Benaiah went on a long search, compiling many words of wisdom from many people, but none quite right. Until, almost giving up, he chanced upon a wizened old person (in one telling so old that Benaiah couldn’t tell if it was a man or a woman). And does anyone know the phrase he was given?
I know you do know the phrase…
“This too will pass.”
In Hebrew, גם זה יעבור gam zeh ya-ahvor “this too will pass.”
Solomon had it engraved upon a ring, some say he had only the first Hebrew letter of each of the three words engraved on the ring — gimel, zayin, yud גזי
“This too will pass” “This too shall pass.” It’s such a common phrase — you find it everywhere — on t-shirts, tattoos, printed on stones and key rings, and amulets. People use it for all sorts of purposes — when suffering a kidney stone, or waiting for a hangover to dry up, or an election year to be over.
Perhaps “This too will Pass” is too prevalent to be useful anymore, too much of a cliche or a joke line.
But I love it. The phrase first came to me without the story in a time in my life when I needed it. When I wasn’t certain how I would get through the next day. Indeed when I tempted myself with not getting through the next day.
It came to me at a time when it spoke just the words I needed to give me the patience and willingness to wait it out. And to do something life affirming rather than death embracing. It was many, many years ago for me, and I’ve not had to visit that dark place since; and I hope I never will again. But though I don’t feel the feeling, I can recall the pain of it at will — I can stand on the cliff side of Beachy Head without any inclination to throw myself over, but with an immediate and true empathy for those who do. And in this sanctuary tonight I know I am not alone in that empathy or in that knowledge.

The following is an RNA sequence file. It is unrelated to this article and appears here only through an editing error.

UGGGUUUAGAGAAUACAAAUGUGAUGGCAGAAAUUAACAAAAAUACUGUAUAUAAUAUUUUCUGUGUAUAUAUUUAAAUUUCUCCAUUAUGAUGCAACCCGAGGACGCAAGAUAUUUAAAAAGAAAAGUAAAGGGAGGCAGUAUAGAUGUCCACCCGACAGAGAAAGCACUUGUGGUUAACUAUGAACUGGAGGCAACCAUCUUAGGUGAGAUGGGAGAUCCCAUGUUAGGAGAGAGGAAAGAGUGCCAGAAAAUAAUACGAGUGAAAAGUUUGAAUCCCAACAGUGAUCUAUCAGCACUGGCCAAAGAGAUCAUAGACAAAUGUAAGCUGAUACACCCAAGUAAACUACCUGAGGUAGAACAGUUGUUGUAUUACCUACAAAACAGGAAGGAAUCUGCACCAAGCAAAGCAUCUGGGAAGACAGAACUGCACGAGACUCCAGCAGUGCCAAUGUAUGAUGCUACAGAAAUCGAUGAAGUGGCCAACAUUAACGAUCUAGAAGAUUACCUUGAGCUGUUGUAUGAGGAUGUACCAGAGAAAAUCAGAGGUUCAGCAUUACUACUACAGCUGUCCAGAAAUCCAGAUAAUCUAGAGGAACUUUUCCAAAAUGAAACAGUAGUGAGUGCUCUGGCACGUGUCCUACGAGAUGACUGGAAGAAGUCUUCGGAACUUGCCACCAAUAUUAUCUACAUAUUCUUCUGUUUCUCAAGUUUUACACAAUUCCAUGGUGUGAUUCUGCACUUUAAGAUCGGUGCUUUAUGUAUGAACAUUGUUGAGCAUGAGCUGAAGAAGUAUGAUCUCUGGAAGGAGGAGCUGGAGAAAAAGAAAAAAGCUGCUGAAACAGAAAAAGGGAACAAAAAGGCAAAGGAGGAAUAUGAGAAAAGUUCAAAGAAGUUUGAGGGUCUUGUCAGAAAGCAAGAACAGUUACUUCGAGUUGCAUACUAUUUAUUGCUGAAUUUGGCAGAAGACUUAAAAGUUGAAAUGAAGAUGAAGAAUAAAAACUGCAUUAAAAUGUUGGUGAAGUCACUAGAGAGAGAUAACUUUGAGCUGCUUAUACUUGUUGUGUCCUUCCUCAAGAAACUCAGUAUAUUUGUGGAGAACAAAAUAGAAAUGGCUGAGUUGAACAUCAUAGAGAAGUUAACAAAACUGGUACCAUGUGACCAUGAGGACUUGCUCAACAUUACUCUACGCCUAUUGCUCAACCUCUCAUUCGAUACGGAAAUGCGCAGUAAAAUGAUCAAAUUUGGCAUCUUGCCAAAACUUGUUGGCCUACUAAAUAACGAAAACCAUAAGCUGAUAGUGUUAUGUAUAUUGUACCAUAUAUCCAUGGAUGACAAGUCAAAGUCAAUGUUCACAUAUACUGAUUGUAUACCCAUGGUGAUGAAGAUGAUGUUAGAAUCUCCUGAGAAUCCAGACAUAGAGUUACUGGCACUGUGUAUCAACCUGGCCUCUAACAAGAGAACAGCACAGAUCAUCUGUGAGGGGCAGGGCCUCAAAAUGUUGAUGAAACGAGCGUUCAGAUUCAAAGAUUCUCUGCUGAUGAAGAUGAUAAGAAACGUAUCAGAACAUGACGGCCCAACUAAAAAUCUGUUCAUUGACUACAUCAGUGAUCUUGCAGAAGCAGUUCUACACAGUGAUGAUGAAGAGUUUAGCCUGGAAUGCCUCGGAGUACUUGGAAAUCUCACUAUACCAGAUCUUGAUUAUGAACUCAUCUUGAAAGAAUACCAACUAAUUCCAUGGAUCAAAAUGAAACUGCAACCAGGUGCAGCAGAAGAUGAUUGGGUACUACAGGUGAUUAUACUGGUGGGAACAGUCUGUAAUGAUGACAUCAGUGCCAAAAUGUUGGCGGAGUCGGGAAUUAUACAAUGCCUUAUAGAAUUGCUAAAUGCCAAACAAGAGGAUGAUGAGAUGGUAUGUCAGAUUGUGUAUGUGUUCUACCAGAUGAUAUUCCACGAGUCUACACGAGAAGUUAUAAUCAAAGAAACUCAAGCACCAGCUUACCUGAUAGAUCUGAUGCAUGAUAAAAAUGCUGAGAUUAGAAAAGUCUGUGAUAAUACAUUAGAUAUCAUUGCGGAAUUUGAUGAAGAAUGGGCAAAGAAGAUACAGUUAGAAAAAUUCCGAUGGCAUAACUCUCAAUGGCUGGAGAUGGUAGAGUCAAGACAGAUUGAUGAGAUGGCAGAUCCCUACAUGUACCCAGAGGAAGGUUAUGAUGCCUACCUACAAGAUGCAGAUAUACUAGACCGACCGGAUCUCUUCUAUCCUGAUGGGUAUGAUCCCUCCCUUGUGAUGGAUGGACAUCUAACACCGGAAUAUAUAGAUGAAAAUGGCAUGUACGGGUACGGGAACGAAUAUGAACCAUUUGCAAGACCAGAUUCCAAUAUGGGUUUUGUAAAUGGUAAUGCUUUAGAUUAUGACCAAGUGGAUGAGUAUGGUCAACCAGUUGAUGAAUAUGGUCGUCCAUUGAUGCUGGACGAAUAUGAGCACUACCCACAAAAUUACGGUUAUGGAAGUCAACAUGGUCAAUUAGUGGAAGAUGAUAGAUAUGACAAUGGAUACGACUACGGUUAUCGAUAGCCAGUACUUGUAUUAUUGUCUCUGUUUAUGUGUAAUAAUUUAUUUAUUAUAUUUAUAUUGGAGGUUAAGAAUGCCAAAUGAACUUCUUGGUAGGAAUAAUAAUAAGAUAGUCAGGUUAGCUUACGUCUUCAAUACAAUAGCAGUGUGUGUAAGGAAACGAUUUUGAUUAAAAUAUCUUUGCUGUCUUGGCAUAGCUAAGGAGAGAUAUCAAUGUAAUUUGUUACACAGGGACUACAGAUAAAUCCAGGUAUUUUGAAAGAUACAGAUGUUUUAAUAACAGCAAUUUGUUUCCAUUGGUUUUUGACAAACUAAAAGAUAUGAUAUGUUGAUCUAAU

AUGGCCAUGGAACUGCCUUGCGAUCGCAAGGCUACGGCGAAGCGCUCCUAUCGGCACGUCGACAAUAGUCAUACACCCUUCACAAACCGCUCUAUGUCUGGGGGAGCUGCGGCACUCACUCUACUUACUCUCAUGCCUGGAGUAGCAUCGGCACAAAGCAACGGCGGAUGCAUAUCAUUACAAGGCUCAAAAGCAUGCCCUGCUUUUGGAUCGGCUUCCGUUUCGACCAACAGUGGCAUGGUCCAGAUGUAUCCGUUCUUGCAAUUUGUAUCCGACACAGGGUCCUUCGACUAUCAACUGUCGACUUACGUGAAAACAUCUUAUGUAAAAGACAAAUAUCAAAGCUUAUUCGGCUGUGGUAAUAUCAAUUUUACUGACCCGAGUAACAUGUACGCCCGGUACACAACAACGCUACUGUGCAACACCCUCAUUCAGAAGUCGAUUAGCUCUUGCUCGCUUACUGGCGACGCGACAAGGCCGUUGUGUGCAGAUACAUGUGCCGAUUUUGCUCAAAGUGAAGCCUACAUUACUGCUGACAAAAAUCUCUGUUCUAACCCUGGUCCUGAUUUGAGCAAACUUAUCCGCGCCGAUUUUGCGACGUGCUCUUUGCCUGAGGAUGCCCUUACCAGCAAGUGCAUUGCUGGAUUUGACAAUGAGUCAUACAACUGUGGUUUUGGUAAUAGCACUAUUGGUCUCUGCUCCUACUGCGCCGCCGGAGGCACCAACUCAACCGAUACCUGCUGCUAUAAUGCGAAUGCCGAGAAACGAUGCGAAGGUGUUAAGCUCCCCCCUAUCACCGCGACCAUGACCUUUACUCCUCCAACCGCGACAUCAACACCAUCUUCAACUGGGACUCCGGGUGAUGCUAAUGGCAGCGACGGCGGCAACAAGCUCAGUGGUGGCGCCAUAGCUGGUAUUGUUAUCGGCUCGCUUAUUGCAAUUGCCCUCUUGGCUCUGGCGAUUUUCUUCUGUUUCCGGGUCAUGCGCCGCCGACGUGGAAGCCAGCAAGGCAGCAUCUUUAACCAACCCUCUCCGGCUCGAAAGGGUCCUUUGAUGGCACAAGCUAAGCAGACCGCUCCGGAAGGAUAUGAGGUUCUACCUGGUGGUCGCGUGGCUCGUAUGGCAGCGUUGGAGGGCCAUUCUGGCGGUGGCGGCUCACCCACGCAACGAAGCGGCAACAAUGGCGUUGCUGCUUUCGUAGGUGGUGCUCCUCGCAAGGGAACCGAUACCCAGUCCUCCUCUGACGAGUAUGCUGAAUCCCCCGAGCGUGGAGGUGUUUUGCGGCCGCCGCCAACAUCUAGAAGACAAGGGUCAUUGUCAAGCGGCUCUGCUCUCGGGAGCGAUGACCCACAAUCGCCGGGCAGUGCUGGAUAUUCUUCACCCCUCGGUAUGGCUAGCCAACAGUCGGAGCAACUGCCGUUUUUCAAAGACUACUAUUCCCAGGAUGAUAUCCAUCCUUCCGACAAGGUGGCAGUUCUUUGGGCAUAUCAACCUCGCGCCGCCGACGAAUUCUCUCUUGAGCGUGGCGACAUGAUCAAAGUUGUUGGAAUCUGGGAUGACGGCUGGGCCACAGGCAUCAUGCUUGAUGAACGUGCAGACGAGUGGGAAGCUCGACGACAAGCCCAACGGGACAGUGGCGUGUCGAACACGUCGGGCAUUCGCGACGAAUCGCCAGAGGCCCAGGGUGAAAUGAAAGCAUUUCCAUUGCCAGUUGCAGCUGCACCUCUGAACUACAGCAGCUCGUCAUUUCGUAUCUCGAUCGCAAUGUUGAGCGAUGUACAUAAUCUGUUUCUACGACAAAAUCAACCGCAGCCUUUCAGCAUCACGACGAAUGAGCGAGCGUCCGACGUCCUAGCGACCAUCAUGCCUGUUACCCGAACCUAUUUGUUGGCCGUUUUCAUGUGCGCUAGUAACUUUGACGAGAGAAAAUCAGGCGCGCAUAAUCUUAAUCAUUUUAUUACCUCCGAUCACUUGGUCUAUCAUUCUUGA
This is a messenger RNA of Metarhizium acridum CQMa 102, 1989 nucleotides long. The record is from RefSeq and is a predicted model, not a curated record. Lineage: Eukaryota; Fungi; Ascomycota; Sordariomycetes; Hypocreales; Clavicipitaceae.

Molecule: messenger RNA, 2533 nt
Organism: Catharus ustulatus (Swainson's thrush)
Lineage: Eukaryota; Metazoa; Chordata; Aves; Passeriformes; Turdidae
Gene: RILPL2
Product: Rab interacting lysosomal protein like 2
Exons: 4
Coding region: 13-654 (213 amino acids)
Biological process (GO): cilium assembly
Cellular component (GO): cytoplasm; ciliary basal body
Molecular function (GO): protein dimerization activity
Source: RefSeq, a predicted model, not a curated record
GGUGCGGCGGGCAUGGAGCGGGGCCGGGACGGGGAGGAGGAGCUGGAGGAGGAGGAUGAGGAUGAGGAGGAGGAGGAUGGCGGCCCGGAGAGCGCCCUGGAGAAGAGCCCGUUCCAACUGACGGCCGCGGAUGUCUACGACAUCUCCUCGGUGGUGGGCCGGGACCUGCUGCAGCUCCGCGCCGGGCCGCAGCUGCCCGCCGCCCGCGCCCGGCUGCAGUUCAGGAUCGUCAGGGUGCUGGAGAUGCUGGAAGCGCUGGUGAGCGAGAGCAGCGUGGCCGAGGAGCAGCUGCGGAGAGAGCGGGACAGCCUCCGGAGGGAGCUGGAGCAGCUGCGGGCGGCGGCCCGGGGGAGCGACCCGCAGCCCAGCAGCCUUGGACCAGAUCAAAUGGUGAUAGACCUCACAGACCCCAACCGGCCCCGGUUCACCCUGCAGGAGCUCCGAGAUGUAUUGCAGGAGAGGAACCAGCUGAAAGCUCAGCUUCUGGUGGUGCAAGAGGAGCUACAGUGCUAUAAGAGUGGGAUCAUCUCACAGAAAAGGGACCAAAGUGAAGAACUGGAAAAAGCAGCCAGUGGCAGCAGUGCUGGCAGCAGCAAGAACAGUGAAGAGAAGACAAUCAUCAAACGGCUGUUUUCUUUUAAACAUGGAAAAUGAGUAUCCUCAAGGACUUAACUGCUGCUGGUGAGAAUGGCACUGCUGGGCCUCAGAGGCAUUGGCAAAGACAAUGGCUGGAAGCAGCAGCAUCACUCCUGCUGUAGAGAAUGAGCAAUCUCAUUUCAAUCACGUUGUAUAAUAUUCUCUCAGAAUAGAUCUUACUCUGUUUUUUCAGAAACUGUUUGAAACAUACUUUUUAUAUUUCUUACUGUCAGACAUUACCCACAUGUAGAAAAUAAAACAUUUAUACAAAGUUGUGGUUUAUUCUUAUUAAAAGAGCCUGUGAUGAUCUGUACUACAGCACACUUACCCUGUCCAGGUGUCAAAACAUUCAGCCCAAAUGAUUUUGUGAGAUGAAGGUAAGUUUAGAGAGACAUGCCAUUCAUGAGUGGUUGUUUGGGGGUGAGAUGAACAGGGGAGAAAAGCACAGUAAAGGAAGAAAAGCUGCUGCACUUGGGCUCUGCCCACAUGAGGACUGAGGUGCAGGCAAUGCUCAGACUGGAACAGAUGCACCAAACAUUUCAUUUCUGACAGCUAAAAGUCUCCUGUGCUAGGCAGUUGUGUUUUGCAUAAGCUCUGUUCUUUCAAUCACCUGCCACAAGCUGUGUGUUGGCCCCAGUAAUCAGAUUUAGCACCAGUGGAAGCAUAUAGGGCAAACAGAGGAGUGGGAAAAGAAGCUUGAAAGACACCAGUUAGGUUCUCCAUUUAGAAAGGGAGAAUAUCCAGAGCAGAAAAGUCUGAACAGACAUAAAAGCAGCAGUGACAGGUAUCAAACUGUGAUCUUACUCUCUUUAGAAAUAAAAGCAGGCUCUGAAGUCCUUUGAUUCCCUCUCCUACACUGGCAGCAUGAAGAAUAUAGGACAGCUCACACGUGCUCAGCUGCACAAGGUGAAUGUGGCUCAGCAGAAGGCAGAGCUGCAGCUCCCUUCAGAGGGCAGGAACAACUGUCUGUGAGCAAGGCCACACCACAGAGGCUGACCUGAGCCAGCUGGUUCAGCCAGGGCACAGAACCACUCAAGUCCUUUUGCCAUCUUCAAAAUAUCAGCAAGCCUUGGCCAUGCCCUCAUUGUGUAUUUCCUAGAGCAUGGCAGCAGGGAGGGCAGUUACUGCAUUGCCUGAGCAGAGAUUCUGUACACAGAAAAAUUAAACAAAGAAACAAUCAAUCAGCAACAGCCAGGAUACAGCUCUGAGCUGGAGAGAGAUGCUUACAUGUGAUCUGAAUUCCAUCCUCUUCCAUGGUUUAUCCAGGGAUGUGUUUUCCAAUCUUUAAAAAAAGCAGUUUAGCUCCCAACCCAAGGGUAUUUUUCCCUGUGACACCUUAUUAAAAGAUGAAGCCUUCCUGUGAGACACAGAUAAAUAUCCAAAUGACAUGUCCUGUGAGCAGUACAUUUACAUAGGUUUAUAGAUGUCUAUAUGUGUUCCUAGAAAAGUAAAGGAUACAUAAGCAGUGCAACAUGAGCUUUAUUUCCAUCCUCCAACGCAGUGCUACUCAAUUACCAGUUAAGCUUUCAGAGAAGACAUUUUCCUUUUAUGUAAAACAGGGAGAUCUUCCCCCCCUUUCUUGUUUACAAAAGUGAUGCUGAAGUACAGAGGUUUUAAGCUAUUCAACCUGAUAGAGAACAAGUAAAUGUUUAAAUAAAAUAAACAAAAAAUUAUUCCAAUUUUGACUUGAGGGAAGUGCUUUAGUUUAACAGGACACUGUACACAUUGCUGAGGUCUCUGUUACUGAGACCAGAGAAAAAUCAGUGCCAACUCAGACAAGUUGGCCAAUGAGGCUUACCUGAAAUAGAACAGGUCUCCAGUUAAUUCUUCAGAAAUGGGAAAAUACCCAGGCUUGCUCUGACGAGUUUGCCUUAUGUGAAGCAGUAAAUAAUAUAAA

I came to appreciate the phrase even more years later when I learned the story of King Solomon, and the way the phrase works both sides: a healing tonic for difficult moments and situations, a gentle reminder to “do the next right thing” even in times of joy; and also simply as a reminder to take note of the moment(s) — don’t miss that opportunity to celebrate something, or to take a walk, or to take note of an accomplishment in your life — I love Facebook’s Friend Anniversaries. And, don’t pass by the invitation to contemplate your life all day long on Yom Kippur, or write that letter of apology to a friend, or sit with someone in grief.
“This too will pass” is, remarkably, a phrase literally true at any given moment, even when it doesn’t feel true.
I came across a reprint of an ad that was apparently distributed in Jewish communities during WWII and the Korean War:
[pictured is a ring engraved with three Hebrew letters, and the ad text reads]:
$3.95 “GOOD LUCK RING FOR YOUR BOY IN THE SERVICE”
Through these difficult days the letters גזי, meaning “THIS TOO WILL PASS” will cheer and comfort everyone who reads it.